Spotter Ben Richardson advised the first step should be to become a Certified Storm Ready Community, a program offered to community leaders by the National Weather Service. Woodall of the NWS advised becoming a Storm Ready Community will make it easier to obtain future funding or grants that would aid in the building of emergency infrastructure and notification assets such as sirens, radio and cellular transmitters and other types of usable systems such as Code Red.

Richardson said our county already has a host of veterans and citizens who are willing to serve their county and volunteer for programs bettering our emergency notifications and asked the NWS to conduct more on-site Storm Spotter seminar training classes (online classes are available twice a year, but not live sessions on-site).

Lashlee suggested local veteran groups and County Veteran Service Office could offer Storm Spotter and weather alert seminars and classes hosted by the National Weather Service in the very near future, if they would agree to come. Woodall advised the classes are offered at other central locations twice a year by EMA, but entertained the offer to conduct one or two specifically in Benton County due to the community interest.

The NWS representatives emphasized inviting students and younger residents into the classes. The NWS suggested always keeping the schools, nursing homes, and hospitals in the loop of the conversations. Woodall said, “Many times, these places are vulnerable since they have no basements or a way to receive timely notifications. The elderly is not always connected to the technology of today via smart phones and the internet. Many rely on weather radios which lack proper programming to the nearest alert tower.”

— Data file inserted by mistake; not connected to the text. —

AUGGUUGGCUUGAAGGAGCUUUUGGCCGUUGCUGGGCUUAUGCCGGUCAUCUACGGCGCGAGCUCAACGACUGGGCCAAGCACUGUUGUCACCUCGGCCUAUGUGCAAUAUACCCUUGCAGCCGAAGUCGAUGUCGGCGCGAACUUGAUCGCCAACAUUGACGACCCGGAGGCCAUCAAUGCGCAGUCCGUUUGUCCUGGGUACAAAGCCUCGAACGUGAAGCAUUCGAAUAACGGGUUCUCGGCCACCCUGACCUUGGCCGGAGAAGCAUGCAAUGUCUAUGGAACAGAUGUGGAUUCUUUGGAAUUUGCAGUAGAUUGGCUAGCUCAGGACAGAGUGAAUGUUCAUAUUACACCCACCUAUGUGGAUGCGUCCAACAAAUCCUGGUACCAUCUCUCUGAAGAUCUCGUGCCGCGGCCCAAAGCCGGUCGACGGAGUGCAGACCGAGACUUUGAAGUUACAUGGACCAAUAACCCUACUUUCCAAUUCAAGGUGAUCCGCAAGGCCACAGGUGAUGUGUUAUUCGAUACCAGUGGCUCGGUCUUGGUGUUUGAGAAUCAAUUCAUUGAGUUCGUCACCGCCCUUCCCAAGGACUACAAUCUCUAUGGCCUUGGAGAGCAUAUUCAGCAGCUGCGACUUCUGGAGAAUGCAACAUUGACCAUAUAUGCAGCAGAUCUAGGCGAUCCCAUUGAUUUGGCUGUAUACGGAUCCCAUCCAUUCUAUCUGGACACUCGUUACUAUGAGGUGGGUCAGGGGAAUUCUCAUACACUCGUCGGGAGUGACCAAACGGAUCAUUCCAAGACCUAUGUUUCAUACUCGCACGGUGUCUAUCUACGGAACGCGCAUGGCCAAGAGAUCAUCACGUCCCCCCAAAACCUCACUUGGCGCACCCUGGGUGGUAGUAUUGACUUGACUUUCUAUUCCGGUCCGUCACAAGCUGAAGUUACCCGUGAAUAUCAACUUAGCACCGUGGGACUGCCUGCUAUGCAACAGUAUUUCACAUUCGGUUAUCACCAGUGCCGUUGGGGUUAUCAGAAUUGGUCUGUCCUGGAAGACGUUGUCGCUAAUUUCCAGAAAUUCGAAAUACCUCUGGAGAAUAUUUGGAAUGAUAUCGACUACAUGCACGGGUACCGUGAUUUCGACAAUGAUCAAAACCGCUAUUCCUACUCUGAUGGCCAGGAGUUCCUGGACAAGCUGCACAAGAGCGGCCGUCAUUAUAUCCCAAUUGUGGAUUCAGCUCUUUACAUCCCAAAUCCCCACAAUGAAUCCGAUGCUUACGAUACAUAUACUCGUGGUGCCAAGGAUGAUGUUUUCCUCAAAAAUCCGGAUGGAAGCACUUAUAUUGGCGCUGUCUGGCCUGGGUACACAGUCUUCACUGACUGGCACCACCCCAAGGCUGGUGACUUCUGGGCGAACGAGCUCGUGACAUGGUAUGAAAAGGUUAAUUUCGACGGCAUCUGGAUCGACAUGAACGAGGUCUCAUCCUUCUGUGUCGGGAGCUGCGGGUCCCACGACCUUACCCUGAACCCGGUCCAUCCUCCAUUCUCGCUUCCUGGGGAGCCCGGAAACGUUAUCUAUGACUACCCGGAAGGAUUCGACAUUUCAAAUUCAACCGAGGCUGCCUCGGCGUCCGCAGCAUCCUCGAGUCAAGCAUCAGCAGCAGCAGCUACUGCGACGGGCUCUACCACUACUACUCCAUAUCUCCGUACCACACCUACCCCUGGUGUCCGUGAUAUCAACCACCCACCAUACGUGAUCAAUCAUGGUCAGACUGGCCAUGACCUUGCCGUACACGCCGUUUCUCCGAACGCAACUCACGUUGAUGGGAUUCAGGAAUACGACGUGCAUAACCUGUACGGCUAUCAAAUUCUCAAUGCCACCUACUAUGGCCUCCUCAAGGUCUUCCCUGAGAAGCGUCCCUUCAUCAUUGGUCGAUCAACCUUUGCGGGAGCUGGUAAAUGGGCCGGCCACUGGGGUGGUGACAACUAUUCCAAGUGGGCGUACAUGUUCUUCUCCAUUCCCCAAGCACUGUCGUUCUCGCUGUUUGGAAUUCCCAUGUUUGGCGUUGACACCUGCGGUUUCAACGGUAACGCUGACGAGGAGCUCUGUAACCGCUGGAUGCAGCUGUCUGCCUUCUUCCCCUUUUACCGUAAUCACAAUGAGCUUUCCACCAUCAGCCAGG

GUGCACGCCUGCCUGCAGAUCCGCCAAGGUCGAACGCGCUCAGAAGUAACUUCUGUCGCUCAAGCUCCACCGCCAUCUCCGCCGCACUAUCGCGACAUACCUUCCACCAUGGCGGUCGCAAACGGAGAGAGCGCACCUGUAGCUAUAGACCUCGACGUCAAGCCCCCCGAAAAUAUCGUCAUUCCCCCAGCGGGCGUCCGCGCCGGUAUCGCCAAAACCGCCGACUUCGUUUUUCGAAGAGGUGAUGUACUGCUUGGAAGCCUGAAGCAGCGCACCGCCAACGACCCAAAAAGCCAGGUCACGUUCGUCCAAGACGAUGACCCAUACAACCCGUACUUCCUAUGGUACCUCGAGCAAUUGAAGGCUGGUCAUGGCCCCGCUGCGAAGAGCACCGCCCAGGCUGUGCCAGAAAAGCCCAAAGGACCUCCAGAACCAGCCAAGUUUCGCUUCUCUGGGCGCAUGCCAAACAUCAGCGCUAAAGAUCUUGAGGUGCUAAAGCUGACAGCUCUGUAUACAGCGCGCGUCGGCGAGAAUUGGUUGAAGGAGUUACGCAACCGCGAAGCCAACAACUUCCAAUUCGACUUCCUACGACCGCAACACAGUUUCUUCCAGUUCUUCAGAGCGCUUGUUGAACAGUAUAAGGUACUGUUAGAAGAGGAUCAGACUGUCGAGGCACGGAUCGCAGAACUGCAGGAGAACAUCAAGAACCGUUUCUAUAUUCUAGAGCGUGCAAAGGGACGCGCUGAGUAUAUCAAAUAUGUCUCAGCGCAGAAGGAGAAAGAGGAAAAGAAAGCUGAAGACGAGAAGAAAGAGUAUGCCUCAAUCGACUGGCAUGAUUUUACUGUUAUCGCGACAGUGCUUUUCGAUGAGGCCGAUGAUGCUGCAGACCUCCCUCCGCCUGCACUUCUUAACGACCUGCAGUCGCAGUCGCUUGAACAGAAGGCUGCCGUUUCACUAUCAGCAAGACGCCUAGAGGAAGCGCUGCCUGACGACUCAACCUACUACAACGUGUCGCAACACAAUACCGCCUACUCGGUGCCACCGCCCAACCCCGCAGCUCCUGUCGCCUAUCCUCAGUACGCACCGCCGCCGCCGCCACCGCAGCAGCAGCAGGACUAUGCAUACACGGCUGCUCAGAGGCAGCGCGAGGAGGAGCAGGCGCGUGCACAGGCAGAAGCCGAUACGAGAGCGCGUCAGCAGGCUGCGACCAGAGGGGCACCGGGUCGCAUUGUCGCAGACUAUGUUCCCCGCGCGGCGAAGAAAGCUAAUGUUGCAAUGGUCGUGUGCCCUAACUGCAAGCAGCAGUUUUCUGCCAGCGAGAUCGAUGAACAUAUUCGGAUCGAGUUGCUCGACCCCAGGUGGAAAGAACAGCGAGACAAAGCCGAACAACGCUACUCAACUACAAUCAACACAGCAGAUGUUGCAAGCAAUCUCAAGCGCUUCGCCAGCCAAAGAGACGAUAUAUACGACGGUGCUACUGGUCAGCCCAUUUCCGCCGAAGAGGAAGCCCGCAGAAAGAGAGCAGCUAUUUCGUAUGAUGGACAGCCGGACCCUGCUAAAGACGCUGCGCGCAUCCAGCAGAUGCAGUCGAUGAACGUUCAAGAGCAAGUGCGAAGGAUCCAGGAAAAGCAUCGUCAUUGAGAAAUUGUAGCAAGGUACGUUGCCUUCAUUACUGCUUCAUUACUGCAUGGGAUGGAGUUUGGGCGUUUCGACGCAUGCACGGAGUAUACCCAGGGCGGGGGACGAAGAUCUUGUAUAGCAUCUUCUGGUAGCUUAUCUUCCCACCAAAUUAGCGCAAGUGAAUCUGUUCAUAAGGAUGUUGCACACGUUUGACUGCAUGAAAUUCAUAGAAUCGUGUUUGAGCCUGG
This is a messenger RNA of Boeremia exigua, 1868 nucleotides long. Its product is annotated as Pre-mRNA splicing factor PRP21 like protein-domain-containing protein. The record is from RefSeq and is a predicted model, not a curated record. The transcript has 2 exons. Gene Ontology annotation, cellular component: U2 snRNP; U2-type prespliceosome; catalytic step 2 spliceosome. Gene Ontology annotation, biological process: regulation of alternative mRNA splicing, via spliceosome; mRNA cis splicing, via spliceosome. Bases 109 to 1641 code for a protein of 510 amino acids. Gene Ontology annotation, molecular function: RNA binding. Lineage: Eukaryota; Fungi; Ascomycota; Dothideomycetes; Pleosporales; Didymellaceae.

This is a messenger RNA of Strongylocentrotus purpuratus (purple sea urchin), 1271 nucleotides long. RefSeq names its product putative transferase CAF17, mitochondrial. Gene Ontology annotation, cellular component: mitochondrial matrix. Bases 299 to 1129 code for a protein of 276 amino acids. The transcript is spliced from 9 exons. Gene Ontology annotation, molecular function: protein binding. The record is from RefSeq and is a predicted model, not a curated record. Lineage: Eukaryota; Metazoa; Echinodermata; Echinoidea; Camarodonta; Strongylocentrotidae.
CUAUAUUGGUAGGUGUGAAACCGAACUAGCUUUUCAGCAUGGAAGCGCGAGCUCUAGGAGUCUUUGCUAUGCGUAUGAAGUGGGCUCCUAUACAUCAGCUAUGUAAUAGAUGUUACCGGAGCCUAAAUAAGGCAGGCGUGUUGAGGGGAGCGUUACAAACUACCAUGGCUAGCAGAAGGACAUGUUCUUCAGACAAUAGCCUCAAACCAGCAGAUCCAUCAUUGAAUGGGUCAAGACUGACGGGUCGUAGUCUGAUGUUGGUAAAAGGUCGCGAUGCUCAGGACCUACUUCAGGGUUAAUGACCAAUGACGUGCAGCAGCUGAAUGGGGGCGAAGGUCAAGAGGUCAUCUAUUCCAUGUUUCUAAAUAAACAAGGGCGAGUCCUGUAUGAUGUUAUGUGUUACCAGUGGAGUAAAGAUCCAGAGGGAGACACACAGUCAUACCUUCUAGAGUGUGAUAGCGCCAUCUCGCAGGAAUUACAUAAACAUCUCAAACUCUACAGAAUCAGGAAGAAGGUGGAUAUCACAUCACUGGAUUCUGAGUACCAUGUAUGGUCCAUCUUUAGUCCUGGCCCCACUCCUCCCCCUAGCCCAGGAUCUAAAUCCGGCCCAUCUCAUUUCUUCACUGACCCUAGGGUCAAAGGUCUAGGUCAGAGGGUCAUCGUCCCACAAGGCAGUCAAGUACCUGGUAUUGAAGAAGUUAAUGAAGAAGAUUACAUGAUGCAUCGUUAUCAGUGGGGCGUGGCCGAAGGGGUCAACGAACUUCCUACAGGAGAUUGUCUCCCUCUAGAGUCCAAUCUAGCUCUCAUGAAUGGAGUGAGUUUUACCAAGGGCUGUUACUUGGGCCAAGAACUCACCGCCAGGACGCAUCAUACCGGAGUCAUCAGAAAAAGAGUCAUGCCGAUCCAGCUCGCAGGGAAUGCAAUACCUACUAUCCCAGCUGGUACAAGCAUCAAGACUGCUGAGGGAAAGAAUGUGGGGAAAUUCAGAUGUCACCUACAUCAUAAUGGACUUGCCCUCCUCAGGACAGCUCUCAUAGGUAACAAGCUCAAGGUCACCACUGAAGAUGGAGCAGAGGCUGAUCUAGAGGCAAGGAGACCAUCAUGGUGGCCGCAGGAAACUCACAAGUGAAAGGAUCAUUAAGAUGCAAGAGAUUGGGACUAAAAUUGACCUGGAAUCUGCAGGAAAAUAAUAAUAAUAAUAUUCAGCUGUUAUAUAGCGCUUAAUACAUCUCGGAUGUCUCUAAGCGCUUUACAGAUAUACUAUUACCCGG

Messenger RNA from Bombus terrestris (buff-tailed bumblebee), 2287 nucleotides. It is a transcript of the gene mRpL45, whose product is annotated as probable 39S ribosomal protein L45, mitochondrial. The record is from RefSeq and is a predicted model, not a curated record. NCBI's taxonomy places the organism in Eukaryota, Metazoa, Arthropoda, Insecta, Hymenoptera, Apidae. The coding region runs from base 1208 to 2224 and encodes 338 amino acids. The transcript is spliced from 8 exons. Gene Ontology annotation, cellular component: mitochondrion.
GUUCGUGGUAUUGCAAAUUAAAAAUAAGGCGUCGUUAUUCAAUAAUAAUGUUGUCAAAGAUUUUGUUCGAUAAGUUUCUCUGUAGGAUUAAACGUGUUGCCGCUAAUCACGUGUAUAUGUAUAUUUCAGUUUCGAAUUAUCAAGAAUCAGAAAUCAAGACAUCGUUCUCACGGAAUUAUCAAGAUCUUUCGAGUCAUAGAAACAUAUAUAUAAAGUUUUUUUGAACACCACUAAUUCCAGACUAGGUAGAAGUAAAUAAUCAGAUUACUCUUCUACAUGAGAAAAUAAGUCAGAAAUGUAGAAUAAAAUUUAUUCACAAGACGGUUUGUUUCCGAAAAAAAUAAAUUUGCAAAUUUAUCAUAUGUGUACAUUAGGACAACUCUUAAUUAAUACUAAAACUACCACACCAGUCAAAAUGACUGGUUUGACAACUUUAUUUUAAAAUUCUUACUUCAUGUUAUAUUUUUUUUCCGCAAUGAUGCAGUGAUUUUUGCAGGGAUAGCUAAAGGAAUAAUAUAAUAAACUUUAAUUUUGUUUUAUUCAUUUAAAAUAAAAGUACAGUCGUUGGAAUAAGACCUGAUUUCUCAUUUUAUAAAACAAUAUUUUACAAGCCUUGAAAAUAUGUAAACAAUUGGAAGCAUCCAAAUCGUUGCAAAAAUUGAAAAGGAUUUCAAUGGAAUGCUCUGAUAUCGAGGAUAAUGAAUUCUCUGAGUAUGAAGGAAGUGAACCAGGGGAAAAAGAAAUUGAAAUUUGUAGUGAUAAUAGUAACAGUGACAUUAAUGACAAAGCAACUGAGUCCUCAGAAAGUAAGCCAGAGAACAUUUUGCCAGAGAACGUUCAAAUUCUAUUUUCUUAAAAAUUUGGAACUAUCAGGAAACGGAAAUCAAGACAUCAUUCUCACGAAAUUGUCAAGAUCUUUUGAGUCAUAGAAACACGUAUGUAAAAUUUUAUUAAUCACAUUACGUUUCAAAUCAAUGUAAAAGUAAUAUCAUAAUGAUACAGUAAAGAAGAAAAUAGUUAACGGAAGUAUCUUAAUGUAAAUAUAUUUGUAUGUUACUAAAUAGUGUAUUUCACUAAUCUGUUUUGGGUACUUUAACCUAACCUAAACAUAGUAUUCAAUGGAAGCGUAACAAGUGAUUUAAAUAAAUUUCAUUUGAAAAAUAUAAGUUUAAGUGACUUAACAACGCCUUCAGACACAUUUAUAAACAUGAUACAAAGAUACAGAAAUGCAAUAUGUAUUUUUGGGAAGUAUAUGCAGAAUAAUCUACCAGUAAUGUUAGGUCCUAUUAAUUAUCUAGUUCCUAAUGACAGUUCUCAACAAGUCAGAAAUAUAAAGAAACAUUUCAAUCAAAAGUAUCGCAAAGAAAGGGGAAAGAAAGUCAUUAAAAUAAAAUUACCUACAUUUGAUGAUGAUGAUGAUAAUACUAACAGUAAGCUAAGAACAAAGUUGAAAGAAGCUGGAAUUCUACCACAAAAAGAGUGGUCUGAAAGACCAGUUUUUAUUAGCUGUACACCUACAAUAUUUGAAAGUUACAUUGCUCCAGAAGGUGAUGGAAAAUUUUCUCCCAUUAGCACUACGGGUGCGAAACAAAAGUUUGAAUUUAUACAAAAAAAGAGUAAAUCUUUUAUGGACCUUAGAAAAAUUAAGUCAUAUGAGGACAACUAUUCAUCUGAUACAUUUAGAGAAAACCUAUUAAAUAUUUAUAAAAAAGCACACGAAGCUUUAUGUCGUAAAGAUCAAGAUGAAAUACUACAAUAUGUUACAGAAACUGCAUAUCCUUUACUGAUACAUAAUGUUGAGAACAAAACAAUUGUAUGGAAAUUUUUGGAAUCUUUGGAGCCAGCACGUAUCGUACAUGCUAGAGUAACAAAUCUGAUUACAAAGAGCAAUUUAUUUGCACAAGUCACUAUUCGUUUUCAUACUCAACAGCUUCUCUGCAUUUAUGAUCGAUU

Spotters Richardson and Watts offered their expertise to the community in programming weather radios and said they would attend future Townhall’s and Commission Meetings, should anyone in the public wish to bring in their weather radios for programming.
Referencing the recent heavy rains and flooding along the Tennessee River this past winter, the NWS said their flood level measurement at New Johnsonville river level needed to be more accurate during the storms. They are in the process of correcting this issue and hope to have a new revised level soon.

The NWS advised they do not give specific agricultural forecast, but Big Sandy Fire Chief Larry Waters advised of all the websites he has seen, the University of Kentucky Ag website is the best. Watts advised he gives a daily weather Ag indicator on his Facebook weather page.

Lashlee finished with, “The goals of the NWS and Benton County is to find the gaps in coverage, determine the communication weaknesses, fix the TN River measurement gauge for flooding, work to improve the notification systems, and emphasize more training and public awareness to the importance of weather notification and spotters. The StormReady component is the centerpiece.  Working together on this project will highlight gap areas to close and more importantly identify if outside resources are needed, for instance, grants.”

The meeting concluded with the NWS committing to improving their weather-related coverage to Benton County, alerting the weather media and emergency agencies to Benton County’s need for timely notifications, and assistance in building citizen weather spotter programs for Benton County. Lashlee thanked the all participants for the open discussion and echoed a community joint-partnership with NWS will make our county the role-model to follow in Tennessee.